“From a son of twenty years and upward.” That this signifies the state of the intelligence of truth and good is evident from the signification of “twenty,” when said of a man’s age, as being a state of the intelligence of truth and good. That “twenty” denotes a state of the intelligence of truth and good is because when a man attains the age of twenty years, he begins to think from himself; for from earliest infancy to extreme old age a man passes through a number of states in respect to his interiors that belong to intelligence and wisdom. The first state is from birth to his fifth year; this is a state of ignorance and of innocence in ignorance, and is called infancy. The second state is from the fifth year to the twentieth; this is a state of instruction and of memory-knowledge, and is called childhood and youth. The third state is from the twentieth year to the sixtieth, which is a state of intelligence, and is called adolescence, young manhood, and manhood. The fourth or last state is from the sixtieth year upward, which is a state of wisdom, and of innocence in wisdom …
 But the third is called a state of intelligence, because the man then thinks from himself, and discriminates and forms conclusions; and that which he then concludes is his own and not another’s. At this time faith begins, for faith is not the faith of the man himself until he has confirmed what he believes by the ideas of his own thought. Previous to this, faith was not his but another’s in him, for his belief was in the person, not in the thing. From this it can be seen that the state of intelligence commences with man when he no longer thinks from a teacher but from himself, which is not the case until the interiors are opened toward heaven. Be it known that the exteriors with man are in the world and the interiors in heaven; and that in proportion as light flows in from heaven into what is from the world, the man is intelligent and wise; and this according to the degree and quality of the opening of his interiors, which are so far opened as the man lives for heaven and not for the world.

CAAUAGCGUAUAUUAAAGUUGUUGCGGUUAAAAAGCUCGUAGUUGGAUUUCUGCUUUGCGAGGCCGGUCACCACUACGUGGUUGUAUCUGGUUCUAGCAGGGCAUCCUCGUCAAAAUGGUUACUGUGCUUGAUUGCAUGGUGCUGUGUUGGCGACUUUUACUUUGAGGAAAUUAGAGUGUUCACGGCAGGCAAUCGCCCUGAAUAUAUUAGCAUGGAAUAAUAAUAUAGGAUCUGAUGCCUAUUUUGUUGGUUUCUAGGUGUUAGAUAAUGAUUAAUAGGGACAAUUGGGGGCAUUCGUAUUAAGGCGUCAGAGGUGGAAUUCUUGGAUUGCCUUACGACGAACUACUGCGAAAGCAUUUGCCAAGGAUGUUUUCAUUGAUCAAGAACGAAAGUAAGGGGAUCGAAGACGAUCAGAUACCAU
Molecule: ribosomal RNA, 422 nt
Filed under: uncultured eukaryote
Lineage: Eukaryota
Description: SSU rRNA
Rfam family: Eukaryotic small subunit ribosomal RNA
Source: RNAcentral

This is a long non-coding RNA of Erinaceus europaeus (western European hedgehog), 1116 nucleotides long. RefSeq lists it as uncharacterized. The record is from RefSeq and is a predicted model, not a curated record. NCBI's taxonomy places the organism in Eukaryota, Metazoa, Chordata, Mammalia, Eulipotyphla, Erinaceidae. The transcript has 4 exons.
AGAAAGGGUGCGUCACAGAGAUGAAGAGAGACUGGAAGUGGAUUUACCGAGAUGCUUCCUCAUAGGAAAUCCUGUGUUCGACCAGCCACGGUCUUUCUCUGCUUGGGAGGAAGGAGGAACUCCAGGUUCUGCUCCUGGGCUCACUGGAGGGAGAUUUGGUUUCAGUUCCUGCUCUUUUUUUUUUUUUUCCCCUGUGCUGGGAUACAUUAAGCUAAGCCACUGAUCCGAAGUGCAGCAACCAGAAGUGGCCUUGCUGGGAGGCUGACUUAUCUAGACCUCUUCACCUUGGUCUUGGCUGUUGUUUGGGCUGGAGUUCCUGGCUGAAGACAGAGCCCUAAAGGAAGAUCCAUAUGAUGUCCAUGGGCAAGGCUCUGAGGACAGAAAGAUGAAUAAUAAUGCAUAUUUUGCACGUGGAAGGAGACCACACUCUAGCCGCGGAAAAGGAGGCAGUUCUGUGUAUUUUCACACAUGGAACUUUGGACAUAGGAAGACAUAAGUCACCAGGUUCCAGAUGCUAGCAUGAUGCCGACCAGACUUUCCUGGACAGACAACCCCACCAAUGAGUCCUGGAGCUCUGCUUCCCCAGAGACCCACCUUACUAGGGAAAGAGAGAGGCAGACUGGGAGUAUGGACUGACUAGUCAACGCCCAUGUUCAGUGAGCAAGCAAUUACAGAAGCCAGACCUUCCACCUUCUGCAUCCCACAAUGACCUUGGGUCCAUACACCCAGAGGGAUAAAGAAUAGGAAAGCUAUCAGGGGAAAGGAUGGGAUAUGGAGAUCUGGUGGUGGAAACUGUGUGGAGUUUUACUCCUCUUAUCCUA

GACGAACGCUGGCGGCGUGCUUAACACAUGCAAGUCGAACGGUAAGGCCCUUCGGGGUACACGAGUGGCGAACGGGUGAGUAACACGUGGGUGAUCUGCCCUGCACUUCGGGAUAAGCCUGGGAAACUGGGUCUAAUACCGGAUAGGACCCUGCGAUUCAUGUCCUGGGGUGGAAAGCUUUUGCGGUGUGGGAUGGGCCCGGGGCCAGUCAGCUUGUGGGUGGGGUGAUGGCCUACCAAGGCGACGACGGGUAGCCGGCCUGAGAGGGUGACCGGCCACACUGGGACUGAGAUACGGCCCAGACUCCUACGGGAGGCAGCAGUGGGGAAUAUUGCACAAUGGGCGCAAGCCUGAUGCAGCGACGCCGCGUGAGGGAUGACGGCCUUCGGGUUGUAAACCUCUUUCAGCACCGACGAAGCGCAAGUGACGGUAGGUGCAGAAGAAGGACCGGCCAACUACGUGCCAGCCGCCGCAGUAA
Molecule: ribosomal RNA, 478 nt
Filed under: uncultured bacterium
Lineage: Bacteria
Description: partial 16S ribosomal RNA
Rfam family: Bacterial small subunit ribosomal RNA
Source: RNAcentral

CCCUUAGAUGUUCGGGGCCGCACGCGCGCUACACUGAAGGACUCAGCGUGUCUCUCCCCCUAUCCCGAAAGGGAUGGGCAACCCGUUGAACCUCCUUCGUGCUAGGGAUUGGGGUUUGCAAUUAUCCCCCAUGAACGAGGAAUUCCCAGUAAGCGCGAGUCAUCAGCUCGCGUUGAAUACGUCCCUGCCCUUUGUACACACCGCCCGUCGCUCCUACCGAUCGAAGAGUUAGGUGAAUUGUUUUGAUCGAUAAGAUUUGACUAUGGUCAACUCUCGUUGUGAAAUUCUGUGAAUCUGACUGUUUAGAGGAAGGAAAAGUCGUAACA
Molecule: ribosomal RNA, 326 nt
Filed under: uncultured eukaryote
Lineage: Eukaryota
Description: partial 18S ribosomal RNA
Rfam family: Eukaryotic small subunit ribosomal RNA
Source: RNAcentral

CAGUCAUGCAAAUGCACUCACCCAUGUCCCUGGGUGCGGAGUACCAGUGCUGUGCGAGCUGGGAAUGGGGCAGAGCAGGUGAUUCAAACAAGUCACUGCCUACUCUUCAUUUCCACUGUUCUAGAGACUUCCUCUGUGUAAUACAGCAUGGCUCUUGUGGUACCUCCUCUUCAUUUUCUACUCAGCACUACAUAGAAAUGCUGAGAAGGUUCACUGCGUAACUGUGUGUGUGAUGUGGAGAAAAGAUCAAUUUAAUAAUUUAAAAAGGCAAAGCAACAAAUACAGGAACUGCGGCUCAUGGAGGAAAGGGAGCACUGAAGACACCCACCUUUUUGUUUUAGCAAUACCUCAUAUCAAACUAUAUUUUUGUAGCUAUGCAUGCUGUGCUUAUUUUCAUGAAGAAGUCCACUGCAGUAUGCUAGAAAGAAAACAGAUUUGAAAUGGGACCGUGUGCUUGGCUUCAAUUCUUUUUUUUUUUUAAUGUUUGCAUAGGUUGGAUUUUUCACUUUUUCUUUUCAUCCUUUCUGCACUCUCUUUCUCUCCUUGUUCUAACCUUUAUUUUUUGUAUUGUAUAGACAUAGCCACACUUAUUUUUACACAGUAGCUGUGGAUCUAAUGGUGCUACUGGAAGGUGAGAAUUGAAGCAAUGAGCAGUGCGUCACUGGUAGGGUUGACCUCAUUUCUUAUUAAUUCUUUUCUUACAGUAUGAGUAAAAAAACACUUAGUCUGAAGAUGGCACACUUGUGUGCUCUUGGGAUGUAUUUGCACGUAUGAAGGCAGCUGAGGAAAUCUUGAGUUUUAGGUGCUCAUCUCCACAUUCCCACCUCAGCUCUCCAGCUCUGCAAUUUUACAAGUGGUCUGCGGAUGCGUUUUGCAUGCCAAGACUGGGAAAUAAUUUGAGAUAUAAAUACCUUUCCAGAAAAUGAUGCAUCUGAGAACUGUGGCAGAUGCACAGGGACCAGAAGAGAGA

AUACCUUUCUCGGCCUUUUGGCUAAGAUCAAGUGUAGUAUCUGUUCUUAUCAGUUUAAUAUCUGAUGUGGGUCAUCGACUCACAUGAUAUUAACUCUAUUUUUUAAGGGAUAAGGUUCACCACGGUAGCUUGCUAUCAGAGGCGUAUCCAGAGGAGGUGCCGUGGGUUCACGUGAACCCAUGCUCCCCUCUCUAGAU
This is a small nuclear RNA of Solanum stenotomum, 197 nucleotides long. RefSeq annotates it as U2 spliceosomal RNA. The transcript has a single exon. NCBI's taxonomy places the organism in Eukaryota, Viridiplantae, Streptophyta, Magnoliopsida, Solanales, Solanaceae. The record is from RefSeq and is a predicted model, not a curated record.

But the last state is a state of wisdom and of innocence in wisdom, which is when the person is no longer concerned about understanding truths and goods, but about willing and living them; for this is to be wise. And a person is able to will truths and goods, and to live them, just insofar as he is in innocence, that is, insofar as he believes that he has nothing of wisdom from himself but that whatever he has of wisdom is from the Lord; also insofar as he loves to have it so; hence it is that this state is also a state of innocence in wisdom.